That is the crux of the matter: we are our characters, and they, in turn, are us. If you’re a writer whose characters remain obstinately two-dimensional, take some time to examine your own feelings. If the view of your own past makes you flinch, talk to somebody about it. There may well be more at stake than the verisimilitude of your characters.

Weird Horror #1

The much anticipated Weird Horror #1 is now available. Subscribe here!

Undertow Publications’ Weird Horror #1

My short story, “The Night Kingdom” (some of you may recognize that title, there is no connection between the two projects) is included, right before that of the exceptionally gifted John Langan. Does talent transfer through proximity? We can certainly hope!

The entire cast has provided stellar performances. Editor Michael Kelly is certainly to be congratulated. You can also purchase a copy on Amazon(available October 6th). Try it on. If it fits, if it makes you feel comely, then subscribe!

Our Exquisitely Gifted Cast  includes fiction, commentary, reviews, and art:

David Bowman, Shikhar Dixit, Steve Duffy, Inna Effress, Tom Goldstein, Orrin Grey, John Langan, Suzan Palumbo, Ian Rogers, Naben Ruthnum, Lysette Stevenson, Simon Strantzas, Steve Toase. Please do check it out!


Amazon Has Listed Weird Horror #1 For Preorder

Amazon has listed Undertow Publications’ Weird Horror #1. Why not guarantee that you receive a copy and preorder it? And if you’re asking yourself— “Why does Shikhar care about this weird whatever he’s going on about?”—it is because the amazingly talented list of contributors includes none other than John Langan, and I’m a fan, as I am a fan of Undertow Publications, the preeminent publisher of weird horror fiction in America. Continue reading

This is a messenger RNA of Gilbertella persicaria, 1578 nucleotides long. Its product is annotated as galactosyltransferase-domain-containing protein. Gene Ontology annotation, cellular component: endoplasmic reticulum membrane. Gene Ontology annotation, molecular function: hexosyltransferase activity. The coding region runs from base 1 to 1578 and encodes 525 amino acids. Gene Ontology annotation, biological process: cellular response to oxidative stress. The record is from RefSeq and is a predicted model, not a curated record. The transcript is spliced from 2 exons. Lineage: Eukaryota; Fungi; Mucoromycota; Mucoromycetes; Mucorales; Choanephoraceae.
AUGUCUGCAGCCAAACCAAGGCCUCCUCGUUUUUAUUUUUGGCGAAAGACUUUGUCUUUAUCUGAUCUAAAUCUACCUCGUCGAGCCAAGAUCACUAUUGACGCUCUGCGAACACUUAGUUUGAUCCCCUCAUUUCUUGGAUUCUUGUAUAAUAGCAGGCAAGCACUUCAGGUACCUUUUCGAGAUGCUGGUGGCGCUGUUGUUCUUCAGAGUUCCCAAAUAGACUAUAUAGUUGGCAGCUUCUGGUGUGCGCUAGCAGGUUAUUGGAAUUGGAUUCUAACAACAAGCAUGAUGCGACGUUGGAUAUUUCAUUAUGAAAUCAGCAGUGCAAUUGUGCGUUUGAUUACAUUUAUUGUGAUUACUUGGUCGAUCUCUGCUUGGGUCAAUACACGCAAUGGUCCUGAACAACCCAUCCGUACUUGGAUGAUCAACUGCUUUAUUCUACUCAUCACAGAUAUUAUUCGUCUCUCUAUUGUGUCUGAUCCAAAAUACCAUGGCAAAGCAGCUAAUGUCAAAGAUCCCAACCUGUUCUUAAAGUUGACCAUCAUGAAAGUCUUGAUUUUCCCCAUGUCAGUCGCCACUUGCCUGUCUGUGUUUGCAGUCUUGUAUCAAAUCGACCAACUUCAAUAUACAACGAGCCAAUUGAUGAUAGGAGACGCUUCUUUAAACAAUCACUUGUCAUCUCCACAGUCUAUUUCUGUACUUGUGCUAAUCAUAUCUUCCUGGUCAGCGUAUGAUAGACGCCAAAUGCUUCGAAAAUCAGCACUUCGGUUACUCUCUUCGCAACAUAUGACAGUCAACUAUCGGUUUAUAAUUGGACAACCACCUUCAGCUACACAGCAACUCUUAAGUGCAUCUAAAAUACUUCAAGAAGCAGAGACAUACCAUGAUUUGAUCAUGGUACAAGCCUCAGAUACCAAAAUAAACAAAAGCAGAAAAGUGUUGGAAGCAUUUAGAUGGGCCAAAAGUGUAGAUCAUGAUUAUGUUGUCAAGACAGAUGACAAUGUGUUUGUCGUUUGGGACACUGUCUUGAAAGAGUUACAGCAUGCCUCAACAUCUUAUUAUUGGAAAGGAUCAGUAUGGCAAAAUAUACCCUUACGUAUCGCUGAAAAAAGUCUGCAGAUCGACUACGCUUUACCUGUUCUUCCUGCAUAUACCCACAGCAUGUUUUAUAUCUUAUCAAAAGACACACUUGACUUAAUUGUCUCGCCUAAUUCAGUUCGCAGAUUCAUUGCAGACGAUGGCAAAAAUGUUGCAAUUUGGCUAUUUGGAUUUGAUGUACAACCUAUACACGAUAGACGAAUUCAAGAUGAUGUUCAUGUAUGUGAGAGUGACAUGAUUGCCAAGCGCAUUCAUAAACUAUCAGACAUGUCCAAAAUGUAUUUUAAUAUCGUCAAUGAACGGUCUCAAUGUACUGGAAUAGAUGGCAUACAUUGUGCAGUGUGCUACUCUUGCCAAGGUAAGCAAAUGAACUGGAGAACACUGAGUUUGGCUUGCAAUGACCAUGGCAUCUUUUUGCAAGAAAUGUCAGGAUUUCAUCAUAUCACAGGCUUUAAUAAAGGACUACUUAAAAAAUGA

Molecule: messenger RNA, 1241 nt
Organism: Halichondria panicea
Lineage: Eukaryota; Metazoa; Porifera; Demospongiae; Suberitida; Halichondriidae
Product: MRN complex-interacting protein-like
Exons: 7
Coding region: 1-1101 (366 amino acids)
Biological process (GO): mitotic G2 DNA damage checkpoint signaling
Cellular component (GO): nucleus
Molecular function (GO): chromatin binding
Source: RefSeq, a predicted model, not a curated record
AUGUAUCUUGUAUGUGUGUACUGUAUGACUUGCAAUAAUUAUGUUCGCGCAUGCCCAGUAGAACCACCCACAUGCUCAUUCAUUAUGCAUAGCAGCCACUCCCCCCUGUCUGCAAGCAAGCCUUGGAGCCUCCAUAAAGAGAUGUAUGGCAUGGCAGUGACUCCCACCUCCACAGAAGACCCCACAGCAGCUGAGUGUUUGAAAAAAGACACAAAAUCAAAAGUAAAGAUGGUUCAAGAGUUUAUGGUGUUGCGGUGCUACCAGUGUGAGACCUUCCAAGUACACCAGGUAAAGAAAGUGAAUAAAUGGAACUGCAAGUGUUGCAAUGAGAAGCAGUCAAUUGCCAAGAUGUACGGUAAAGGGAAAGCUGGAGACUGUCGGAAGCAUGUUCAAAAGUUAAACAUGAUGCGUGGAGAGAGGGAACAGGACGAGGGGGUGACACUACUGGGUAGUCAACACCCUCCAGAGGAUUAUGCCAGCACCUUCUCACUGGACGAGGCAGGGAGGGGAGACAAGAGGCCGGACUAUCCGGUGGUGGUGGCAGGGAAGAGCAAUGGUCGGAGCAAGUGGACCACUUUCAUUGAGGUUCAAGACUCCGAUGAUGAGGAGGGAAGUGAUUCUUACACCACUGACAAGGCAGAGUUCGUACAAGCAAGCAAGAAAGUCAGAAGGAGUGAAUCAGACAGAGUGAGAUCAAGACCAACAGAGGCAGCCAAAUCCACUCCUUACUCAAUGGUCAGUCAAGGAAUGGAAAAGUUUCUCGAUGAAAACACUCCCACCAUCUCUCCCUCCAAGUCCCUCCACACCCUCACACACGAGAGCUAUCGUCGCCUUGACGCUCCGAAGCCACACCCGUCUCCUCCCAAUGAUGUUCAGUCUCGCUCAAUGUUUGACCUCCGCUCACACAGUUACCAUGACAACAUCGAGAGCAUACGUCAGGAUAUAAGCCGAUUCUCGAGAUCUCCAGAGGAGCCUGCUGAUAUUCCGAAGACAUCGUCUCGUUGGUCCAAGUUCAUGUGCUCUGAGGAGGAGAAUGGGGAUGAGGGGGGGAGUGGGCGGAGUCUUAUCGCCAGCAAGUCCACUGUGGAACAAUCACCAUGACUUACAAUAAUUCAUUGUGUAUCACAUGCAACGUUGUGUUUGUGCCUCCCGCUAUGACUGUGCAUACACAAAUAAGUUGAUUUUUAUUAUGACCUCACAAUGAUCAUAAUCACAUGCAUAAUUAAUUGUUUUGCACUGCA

Review for Final Cuts

Review for Final Cuts on Amazon

Full review below.

Ellen Datlow’s recent anthology, Final Cuts: New Tales of Hollywood Horror and Other Spectacles, is a solid, wall-to-wall extravaganza surrounding film and tangentially related media such as television, documentaries, police video, and yes, shadow puppets. I’m only going to highlight my favorite stories, but it’s a matter of personal taste: every story in the anthology was engaging and well-executed. I highly recommend picking up Final Cuts. Not all anthologies are this reliably entertaining from cover-to-cover.

I’ll begin with this very strong first story. “Das Gesicht” by Dale Bailey is an atmospheric tale filled with dread, about a long lost film so blasphemous that the viewers screamed, fainted and in some cases, lost their sanity. The title’s literal translation is “The Face.”

A.C. Wise’s “Exhalation #10” centers around a videotape that captures a woman’s final dying moments, particularly her final breaths. Believed to be the work of a serial killer, Henry is tasked with listening to the sound track because of his unique talent: he can hear what the authorities can not. Wise expertly leads the unwitting reader from dark revelation to even darker ones.